Sandra Svoboda, Great Lakes Now Program Director
The Great Lakes region has always been home for Great Lakes Now Program Director Sandra Svoboda. Born in Chicago, college educated at Indiana University, and spending nearly her entire professional career in Michigan and Ohio, she’s traveled between Minnesota and Tadoussac, Quebec, both on the water and on land.
Sandra has been in the storm sewers of Duluth, hiked Isle Royale, watched freighters squeeze through the Soo locks, anchored in Door County harbors, motored on the flow-reversed Chicago River, relaxed in Georgian Bay, chronicled Detroit’s waterfront revitalization, kayaked the Maumee River as it empties into Lake Erie, guided a sailboat through the Welland Canal, toured Niagara Falls, cruised the Thousand Islands, docked in Old Montreal, and photographed whales in the St. Lawrence River. A competitive sailor, she sails hundreds of miles each season on the Great Lakes, including on Lake St. Clair and the Detroit River, and once threw out a pitch at a Detroit Tigers game as recognition of her win with her team at the U.S. Women’s Match Racing Championship. She’s also eaten Asian carp as part of her coverage of invasive species.
Her journalistic print, digital, broadcast, and community engagement work has won awards from the Michigan Association of Broadcasters, Michigan Press Association, State Bar of Michigan, Association of Alternative Newsweeklies and Society of Professional Journalists-metro Detroit chapter, and in 2018 the University of Michigan-Dearborn named her “Mentor of the Year.” For her work covering Detroit’s bankruptcy at WDET-FM, Detroit public radio, she received numerous awards including the Distinguished Alumni of the Year from Wayne State University’s public administration program. She has had multiple fellowships from the Institute for Journalism and Natural Resources and the Ravitch Fiscal Reporting Program at City University of New York. After a stint with FEMA where she supported disaster response and community redevelopment in Louisiana, she is keenly interested in how local governments can create sustainable, resilient communities in the Great Lakes Basin.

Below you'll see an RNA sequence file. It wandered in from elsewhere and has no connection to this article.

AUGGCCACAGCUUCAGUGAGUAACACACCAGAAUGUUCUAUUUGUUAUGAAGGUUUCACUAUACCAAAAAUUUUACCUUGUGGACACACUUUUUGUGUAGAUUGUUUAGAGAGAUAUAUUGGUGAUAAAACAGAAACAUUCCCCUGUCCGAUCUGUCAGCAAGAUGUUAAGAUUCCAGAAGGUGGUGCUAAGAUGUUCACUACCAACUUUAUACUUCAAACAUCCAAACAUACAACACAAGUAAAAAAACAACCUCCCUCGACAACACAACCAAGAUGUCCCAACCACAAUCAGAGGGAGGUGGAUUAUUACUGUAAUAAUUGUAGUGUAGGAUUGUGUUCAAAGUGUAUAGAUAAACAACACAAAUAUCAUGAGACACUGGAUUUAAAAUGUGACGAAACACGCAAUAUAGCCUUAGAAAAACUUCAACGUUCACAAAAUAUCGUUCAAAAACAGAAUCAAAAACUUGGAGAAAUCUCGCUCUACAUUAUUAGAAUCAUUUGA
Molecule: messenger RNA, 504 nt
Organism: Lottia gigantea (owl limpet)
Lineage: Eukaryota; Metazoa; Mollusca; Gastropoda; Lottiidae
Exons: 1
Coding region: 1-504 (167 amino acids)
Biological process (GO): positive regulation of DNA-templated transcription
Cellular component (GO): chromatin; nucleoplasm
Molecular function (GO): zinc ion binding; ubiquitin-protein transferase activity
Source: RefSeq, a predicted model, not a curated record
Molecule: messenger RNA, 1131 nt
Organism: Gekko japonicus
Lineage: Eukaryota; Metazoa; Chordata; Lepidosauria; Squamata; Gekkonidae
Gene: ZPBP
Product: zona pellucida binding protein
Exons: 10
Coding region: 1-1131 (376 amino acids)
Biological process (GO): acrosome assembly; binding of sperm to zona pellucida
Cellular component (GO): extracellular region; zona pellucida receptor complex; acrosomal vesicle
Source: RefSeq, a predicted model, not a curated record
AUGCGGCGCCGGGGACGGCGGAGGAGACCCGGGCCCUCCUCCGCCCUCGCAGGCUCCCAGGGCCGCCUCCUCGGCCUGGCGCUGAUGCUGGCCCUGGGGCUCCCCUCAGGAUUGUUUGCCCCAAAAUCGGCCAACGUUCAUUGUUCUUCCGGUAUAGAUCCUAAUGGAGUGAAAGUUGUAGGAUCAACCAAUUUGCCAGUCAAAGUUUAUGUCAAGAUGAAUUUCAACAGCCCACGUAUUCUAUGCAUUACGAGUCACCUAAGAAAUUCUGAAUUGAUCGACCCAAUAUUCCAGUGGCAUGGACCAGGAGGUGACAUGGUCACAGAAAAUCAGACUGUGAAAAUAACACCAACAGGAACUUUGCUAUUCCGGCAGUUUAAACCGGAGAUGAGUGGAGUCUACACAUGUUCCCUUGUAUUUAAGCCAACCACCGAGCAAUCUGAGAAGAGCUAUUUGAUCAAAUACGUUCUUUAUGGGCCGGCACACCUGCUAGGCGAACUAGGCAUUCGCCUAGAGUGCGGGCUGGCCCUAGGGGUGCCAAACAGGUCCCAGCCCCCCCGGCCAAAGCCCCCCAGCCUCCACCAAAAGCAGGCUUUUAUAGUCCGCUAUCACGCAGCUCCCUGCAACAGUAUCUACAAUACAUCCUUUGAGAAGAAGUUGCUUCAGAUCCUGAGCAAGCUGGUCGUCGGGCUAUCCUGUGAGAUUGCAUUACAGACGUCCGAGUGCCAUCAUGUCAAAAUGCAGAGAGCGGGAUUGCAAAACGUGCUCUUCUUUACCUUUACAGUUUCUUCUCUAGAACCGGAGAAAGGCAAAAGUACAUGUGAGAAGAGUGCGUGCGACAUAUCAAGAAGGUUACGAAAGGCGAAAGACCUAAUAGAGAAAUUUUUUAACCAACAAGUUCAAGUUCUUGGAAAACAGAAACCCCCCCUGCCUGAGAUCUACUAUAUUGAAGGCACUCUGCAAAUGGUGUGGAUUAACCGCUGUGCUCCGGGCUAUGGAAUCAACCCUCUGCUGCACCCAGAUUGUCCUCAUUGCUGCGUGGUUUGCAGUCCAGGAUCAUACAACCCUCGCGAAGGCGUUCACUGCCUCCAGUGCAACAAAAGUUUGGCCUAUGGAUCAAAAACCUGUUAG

Sandra also teaches American Government at Wayne State University and strategic communication in the graduate public administration program at University of Michigan-Dearborn. She earned a bachelor’s in journalism from Indiana University and holds two master’s degrees from Wayne State, one in public administration and one in library and information science where she has been recognized for her research and writing.
She lives with her husband and too many rescue animals in metro Detroit just in earshot of freighters at the head of the Detroit River. Find her bicycling (road and mountain, but mostly road), shopping local farmers’ markets, browsing museums, and hiking Midwestern trails when she’s not on the water or working.
Gary Wilson, Lake Michigan Senior Correspondent (Chicago)
Gary Wilson reports from Chicago where he lives with his wife, Diane. He’s a Michigan native from the Downriver area of Detroit. He has worked for DPTV’s Great Lakes Bureau for 5 years.
He has covered the range of the region’s diverse environmental issues while specializing in the policy and politics of the Great Lakes at the national and state level.
Gary has reported extensively on the federal Great Lakes restoration program, water wars in Wisconsin, budding scientists on Beaver Island, environmental injustice in urban areas, algae in Lake Erie, and even the “6th Great Lake” – the groundwater of the Great Lakes, and all the problems associated with it these days.
Prior to joining Great Lakes Now, Wilson did commentary for Detroit Public TV’s Great Lakes Week coverage, commentary for Great Lakes Echo and contributed to the Great Lakes Month in Review segment for WKAR Public Radio in Lansing.